St. Patrick’s Day has been celebrated in Ireland for more than a millennium. It was a time to cut loose during the Catholic Lent season, and as such it quickly became synonymous with Irish food and drink.
A large number of people have been arrested as hundreds of protesters took part in on-going anti-lockdown protests in Dublin. The scars of the people vs. the regime (police and media) may not be easily healed.
Not one Ireland player would ‘take the knee’ before the recent match against Wales at the Principality Stadium. As both spectacular teams lined up before their first-round Six Nations clash, an obligatory ‘anti-racism’ message was heard over the vast stadium’s Tannoy system.
The sinking of the Titanic was a disaster of such massive proportions that it tends to eclipse the tales of two other luxury liners: its sister ships. When the Titanic was built, it was one three massive, celebrated passenger ships, all of which met disaster on the high seas.
The Victorian Workhouse was an institution that was intended to provide work and shelter for poverty stricken people who had no means to support themselves. With the advent of the Poor Law system, Victorian workhouses, designed to deal with the issue of pauperism, in fact became prison systems detaining the most vulnerable in society.
Among all the early pieces of literature of Europe, there are two which, at exactly opposite corners of the continent, display most strikingly similar characteristics. These are the Greek and the Irish, and the legend of the Irish champion Cuchulain bears so close a resemblance to the tale of Achilles as to win for this hero the title of ‘the Irish Achilles.’ Certainly in reckless courage, power of inspiring dread, sense of personal merit and frankness of speech the Irish hero is fully equal to the mighty Greek.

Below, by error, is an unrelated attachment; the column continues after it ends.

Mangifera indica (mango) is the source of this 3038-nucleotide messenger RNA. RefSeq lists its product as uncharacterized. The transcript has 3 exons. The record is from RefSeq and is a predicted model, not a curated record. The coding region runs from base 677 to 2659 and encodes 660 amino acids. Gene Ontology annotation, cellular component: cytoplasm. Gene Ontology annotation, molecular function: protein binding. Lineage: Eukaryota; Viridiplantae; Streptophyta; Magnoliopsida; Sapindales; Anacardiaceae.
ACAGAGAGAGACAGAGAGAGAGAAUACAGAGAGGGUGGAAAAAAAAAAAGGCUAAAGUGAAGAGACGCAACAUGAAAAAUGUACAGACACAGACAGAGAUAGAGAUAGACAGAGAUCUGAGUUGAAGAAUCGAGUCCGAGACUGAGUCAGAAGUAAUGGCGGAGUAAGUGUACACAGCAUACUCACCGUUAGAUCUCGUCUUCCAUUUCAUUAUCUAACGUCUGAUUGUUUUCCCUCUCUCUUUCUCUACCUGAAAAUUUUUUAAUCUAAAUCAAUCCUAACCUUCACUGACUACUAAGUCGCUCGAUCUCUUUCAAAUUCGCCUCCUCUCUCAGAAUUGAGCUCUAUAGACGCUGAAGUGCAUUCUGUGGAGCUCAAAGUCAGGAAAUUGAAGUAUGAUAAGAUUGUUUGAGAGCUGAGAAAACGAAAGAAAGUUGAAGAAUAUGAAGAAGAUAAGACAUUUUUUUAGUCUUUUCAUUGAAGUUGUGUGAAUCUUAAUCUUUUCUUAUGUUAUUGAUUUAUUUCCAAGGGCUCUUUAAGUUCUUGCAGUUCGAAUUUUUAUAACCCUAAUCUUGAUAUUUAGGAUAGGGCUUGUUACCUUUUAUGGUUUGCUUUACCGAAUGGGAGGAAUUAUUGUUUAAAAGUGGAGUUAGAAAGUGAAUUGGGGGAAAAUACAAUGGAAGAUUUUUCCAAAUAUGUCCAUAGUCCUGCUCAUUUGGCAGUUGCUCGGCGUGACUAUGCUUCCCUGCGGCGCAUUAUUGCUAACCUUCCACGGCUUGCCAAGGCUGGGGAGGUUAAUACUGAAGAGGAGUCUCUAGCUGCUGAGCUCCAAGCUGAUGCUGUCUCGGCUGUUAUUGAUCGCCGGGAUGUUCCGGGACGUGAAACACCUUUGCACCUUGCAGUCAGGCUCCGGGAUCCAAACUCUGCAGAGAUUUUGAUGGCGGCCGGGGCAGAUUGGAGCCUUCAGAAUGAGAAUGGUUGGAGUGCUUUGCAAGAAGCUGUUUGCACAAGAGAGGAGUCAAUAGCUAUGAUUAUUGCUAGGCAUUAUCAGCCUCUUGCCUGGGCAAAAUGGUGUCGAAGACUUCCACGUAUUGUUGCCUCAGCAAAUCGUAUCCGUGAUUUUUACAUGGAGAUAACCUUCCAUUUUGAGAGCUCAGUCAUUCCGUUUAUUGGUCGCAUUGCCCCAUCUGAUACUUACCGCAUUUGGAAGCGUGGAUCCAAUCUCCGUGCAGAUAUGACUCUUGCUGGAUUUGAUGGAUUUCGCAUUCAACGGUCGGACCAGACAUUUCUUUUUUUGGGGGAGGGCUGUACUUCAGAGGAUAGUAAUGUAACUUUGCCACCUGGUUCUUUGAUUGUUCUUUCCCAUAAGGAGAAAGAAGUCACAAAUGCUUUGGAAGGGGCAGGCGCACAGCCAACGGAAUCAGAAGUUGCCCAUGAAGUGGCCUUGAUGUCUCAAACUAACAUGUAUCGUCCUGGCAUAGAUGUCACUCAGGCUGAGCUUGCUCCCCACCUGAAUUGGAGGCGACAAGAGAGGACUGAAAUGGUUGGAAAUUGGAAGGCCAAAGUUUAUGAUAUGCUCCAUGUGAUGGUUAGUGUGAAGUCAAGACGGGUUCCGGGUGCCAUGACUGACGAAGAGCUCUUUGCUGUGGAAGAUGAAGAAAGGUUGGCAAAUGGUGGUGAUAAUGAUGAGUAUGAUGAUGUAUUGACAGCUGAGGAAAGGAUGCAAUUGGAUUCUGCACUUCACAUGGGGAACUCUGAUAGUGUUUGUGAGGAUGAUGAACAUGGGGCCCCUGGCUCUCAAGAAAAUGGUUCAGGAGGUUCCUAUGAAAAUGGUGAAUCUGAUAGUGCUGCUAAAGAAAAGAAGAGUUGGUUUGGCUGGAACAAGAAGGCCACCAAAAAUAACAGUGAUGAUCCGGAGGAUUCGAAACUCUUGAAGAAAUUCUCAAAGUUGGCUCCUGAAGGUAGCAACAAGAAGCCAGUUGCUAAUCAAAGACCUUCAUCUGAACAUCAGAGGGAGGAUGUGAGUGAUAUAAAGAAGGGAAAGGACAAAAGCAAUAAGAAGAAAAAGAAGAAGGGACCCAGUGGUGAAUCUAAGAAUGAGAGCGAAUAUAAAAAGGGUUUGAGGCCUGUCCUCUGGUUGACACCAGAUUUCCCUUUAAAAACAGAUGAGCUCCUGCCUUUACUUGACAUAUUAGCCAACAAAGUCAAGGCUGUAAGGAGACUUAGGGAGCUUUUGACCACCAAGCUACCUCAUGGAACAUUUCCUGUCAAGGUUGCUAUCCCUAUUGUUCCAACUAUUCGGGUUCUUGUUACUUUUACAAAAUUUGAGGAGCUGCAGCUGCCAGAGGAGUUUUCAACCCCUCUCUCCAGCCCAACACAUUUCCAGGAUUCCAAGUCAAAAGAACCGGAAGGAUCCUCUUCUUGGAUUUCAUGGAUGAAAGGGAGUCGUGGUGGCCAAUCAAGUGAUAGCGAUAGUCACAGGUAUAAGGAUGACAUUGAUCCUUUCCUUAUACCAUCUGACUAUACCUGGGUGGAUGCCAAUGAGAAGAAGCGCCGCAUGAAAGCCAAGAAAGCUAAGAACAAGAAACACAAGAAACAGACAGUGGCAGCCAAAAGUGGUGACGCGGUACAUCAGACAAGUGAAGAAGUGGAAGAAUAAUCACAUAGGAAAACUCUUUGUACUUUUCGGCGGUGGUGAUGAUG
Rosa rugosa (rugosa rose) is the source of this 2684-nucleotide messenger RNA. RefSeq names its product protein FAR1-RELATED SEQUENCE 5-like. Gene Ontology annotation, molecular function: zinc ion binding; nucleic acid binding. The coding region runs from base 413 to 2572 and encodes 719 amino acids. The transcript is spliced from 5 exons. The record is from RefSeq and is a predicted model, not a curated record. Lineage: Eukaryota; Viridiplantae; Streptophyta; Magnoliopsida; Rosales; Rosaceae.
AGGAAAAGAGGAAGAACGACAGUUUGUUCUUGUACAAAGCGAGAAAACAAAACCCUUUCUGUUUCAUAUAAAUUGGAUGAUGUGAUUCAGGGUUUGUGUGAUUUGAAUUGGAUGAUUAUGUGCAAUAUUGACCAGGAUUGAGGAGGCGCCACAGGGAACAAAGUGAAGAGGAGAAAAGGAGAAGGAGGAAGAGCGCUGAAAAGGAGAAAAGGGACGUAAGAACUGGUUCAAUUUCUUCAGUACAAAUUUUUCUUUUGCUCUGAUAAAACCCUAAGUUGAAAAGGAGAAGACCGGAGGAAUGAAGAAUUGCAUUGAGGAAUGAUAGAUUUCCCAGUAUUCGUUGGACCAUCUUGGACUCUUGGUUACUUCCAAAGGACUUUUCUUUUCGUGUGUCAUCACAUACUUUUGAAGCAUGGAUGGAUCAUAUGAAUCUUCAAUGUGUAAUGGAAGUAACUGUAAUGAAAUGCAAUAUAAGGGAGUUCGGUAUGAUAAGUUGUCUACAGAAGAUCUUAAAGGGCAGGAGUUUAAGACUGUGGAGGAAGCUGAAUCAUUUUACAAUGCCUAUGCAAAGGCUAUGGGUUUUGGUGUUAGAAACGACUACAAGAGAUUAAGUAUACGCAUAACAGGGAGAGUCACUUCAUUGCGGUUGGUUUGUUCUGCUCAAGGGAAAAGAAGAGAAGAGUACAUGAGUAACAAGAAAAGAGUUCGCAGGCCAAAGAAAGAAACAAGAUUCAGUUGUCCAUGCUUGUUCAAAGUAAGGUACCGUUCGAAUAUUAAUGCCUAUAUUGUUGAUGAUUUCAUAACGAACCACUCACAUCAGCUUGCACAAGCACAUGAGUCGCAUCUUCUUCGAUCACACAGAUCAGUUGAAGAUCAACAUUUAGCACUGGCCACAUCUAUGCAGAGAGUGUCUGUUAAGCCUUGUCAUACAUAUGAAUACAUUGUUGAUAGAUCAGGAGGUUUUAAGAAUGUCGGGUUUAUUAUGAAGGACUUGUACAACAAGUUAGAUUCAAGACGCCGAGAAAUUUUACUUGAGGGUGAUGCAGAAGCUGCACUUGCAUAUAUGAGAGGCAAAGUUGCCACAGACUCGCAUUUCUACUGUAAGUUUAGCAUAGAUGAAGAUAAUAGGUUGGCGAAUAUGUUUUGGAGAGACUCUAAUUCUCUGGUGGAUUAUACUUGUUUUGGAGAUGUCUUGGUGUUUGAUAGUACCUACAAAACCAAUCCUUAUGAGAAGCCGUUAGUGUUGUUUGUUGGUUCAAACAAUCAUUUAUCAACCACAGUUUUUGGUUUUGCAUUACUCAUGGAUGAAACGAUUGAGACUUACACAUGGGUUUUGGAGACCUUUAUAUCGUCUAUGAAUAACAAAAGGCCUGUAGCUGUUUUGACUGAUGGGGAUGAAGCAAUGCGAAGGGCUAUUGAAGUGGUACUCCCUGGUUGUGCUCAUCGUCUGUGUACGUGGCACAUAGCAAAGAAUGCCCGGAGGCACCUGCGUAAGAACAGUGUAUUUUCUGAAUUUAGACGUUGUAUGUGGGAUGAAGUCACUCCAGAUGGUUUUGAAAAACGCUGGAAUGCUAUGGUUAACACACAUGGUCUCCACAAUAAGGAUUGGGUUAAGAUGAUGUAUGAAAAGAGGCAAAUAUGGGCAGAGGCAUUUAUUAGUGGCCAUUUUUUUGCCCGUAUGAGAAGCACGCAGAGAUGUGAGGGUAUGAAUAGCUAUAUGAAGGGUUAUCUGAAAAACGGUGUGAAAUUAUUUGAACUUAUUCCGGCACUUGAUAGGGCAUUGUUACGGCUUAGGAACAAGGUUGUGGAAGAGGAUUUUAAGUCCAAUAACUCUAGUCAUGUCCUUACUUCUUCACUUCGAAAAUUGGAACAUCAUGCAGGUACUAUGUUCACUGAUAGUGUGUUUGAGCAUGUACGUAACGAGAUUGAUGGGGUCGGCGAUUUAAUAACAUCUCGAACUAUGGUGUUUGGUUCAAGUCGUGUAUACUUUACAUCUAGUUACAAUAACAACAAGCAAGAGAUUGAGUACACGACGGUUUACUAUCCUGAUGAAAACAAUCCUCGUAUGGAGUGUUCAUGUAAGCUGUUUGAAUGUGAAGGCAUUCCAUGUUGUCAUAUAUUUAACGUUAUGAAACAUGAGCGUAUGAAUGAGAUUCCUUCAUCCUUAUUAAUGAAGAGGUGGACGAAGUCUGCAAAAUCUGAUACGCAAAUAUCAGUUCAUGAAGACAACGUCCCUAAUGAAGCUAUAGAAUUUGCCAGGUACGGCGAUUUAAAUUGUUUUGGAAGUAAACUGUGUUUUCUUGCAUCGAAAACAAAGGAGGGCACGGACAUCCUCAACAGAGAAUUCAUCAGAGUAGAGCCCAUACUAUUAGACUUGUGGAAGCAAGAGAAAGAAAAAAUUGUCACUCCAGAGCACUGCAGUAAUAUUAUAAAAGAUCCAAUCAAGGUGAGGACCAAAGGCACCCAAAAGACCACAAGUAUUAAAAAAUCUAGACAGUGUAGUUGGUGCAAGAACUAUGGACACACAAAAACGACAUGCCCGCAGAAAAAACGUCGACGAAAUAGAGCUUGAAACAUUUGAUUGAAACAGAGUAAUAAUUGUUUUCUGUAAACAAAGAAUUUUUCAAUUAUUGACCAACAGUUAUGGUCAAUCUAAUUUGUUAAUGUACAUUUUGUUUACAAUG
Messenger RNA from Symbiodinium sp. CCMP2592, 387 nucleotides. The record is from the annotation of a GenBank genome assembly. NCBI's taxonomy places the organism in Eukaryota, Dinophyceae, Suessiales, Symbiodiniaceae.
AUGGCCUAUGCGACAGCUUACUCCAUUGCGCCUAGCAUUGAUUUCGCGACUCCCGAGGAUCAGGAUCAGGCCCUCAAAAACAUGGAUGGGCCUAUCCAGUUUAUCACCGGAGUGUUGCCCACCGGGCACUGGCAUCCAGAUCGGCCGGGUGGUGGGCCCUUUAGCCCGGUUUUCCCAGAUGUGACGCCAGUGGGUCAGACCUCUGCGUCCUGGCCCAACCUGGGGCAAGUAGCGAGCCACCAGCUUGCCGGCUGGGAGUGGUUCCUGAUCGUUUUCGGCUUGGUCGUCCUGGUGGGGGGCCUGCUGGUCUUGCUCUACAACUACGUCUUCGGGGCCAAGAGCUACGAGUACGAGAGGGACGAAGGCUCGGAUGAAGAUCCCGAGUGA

Have you ever relaxed as your ears breathed in the dreamiest piano music imaginable? The John Field (1782~1837) experience is to enjoy the most sensual massage by the world’s most gifted masseur.
The museum removed the cap which had been on display for decades for ‘ethical reasons’ as it had visible signs of blood and organic brain matter that stained the original user’s headwear. Blood and organic matter residue are visible on the back of the cap at the point where the fatal bullet entered Collins’s head.
Wren Day is celebrated on 26 December, St. Stephen’s Day in a number of countries across Europe. The tradition consists of “hunting” a fake wren and putting it on top of a decorated pole. Then the crowds of mummers, or strawboys, celebrate the wren (also pronounced wran) by dressing up in masks, straw suits, and colourful motley clothing. They form music bands and parade through towns and villages. These crowds are sometimes called the wrenboys.
Revenge for the EU not conceding to Brexit demands? A chronicle of Covid-chaos is let off the lead as thousands of fleeing passengers at London’s Heathrow Airport scrambled onto the last flight to Dublin, Ireland. France, Germany, Israel, El Salvador, Bulgaria, the Netherlands, Italy, Finland, Denmark, Turkey, Morocco, Canada, Belgium, Austria, Saudi Arabia, Kuwait and Ireland have banned all flights from Britain.